Last week’s disappointing Supreme Court decision, remanding the standards back to the D.C. Circuit Court for further analysis, has distracted from that fact.
But the fact remains – the Mercury and Air Toxics Standards are a suite of life-saving protections against some of the most health-harming substances emitted by coal and oil-fired power plants, including mercury, arsenic and other heavy metals, and acid gases.
Here’s What Happened
Coal- and oil-fired power plants are by far the largest emitters of these pollutants, which are dangerous to human health even in small doses. Mercury causes brain damage in children, metal toxics like chromium and nickel cause cancer, and acid gases cause respiratory problems.
This week, the Supreme Court held that EPA should have considered the costs of regulation when it made a threshold determination under section 112 of the Clean Air Act that it is “appropriate and necessary” to move forward with the first-ever national limits for these noxious emissions. It is now up to EPA to determine the best way to respond to the decision.
What does the Supreme Court ruling mean for the Mercury Air Toxics Standards?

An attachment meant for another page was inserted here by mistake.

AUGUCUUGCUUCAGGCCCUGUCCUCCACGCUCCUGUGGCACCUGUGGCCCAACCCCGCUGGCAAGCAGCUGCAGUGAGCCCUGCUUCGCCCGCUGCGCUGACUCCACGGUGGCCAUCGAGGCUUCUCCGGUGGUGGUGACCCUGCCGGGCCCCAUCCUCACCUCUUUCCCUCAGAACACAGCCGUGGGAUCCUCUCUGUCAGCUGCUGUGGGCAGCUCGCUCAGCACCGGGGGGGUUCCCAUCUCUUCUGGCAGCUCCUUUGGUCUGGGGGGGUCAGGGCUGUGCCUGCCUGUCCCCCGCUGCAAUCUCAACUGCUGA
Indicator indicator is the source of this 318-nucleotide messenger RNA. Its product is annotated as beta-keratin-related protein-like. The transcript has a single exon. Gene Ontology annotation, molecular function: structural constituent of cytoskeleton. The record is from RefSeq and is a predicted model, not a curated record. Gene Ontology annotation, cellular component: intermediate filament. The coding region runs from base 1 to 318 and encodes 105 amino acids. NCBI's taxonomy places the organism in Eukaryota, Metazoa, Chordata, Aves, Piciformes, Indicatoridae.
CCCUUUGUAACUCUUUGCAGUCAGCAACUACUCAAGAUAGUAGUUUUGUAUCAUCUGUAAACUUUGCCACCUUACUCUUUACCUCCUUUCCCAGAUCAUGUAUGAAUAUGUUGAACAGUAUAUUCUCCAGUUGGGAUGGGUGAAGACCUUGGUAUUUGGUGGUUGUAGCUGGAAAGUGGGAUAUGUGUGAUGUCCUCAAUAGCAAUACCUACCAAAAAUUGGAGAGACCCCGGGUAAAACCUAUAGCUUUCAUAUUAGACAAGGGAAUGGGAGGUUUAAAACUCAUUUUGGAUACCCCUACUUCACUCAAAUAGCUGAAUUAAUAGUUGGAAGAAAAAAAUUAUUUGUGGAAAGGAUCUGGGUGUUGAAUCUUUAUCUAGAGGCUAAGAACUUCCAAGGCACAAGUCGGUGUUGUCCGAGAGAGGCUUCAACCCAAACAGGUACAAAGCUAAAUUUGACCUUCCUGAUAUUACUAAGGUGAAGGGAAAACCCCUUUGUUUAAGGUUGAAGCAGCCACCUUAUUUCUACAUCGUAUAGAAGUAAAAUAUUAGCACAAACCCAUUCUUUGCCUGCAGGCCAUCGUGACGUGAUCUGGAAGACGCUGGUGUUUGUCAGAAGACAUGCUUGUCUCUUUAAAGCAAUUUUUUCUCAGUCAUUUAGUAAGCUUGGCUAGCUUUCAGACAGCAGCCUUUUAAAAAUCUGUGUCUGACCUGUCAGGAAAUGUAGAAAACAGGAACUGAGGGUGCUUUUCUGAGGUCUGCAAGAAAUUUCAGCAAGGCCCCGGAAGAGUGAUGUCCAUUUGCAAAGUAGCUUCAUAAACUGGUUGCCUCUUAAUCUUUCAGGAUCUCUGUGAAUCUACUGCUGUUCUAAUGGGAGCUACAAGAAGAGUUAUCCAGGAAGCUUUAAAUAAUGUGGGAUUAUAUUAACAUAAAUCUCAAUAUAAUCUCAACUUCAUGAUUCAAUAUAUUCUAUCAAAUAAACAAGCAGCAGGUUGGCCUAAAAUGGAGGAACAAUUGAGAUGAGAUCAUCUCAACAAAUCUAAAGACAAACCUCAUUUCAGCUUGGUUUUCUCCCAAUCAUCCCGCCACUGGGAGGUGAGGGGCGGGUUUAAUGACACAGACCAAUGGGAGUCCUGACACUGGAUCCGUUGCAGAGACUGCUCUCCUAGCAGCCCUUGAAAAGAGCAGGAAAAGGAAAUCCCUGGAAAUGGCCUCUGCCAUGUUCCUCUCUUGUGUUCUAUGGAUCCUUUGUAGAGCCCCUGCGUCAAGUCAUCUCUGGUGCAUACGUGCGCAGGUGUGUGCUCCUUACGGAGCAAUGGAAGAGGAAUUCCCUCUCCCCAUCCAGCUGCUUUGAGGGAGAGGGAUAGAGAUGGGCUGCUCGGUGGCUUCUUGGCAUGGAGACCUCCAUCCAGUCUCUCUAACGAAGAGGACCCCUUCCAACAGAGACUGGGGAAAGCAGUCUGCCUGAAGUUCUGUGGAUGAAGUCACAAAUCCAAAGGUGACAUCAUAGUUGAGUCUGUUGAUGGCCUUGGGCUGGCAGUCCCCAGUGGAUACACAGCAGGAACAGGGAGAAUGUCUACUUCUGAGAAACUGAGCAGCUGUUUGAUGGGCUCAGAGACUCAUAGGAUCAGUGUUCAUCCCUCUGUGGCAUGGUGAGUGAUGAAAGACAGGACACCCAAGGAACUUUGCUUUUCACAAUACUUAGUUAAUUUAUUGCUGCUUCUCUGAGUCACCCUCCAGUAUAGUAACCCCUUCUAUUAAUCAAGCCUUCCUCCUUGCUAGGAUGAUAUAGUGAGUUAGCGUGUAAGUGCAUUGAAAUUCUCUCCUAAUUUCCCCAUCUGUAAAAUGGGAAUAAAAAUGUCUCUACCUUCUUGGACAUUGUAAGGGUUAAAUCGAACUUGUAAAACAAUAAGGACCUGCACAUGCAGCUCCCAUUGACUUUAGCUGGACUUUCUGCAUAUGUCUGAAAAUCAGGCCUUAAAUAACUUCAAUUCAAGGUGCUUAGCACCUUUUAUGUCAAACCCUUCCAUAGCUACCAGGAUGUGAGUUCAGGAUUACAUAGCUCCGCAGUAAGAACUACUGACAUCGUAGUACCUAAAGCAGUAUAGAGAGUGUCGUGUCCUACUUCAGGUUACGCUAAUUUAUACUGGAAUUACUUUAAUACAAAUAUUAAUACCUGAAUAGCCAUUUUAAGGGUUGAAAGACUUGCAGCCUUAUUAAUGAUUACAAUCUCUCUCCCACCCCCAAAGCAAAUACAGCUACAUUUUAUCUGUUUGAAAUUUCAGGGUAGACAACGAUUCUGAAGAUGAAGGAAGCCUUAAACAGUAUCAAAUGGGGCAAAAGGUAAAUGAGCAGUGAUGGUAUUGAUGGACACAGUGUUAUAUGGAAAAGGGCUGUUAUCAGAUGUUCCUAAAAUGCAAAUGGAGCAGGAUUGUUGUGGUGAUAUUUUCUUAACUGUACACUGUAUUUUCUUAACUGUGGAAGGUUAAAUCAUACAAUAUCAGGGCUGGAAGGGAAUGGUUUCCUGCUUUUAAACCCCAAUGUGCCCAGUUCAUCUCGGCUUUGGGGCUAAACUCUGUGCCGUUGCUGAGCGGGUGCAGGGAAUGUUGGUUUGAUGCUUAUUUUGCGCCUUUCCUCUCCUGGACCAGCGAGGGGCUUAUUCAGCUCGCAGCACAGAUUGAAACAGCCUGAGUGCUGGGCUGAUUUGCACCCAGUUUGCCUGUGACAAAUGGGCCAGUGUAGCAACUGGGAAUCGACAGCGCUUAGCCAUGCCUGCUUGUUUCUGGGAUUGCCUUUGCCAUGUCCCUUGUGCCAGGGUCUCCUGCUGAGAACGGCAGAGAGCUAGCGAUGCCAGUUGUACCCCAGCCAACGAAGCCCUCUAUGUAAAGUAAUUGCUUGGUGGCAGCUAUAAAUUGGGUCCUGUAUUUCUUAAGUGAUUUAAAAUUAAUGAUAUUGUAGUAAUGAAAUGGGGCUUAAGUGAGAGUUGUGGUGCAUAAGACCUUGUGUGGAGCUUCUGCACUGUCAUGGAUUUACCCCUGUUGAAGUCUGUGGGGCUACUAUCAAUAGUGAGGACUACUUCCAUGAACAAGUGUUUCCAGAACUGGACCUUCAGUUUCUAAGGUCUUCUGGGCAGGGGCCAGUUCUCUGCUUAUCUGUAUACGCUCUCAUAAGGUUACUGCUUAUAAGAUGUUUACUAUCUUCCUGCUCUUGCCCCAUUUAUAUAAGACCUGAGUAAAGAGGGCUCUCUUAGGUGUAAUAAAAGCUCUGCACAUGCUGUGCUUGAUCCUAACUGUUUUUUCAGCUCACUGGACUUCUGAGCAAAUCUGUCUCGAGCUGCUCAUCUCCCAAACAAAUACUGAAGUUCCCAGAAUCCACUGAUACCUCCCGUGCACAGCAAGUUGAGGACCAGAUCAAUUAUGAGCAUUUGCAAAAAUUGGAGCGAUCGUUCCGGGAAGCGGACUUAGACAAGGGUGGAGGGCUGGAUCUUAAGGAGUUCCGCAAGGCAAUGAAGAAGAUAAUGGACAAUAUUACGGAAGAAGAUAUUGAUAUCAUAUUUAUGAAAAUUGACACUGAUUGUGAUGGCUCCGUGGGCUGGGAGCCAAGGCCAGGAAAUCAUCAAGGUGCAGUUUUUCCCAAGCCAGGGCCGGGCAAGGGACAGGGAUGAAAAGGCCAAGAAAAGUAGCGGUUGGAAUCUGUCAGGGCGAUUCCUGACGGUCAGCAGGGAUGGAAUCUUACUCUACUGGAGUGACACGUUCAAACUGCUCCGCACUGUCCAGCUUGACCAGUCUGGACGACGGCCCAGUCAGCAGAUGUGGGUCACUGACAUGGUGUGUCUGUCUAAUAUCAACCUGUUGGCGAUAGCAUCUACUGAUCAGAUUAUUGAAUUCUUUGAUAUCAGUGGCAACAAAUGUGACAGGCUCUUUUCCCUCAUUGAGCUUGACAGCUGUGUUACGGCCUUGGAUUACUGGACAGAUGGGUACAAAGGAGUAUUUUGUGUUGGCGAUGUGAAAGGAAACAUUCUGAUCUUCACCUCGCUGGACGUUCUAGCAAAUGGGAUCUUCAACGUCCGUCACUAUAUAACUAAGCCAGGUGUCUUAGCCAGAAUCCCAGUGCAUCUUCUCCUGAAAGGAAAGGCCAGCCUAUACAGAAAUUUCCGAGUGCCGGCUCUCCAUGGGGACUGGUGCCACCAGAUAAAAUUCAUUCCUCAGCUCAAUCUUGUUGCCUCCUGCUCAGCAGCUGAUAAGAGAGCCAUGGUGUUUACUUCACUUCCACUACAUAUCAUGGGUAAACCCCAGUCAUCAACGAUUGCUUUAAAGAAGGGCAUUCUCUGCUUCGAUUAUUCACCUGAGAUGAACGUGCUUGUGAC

Here are three important things you should know
First — there is every reason to believe EPA can quickly amend its “appropriate and necessary” finding to address the Supreme Court’s decision, without affecting the substance of the Mercury and Air Toxics Standards themselves.
Importantly, the Court left it up to EPA to determine how to evaluate costs and how to weigh those costs against the benefits of regulation. As the Court’s opinion acknowledged, EPA has already conducted an extensive review of both the costs and benefits of the Mercury and Air Toxics Standards as part of the regulatory analyses most agencies carry out under Executive Order 12866. That analysis contains overwhelming evidence showing that the benefits of MATS far outweigh its costs.
According to EPA, the monetized benefits of the Mercury and Air Toxics are expected to be up to $90 billion per year.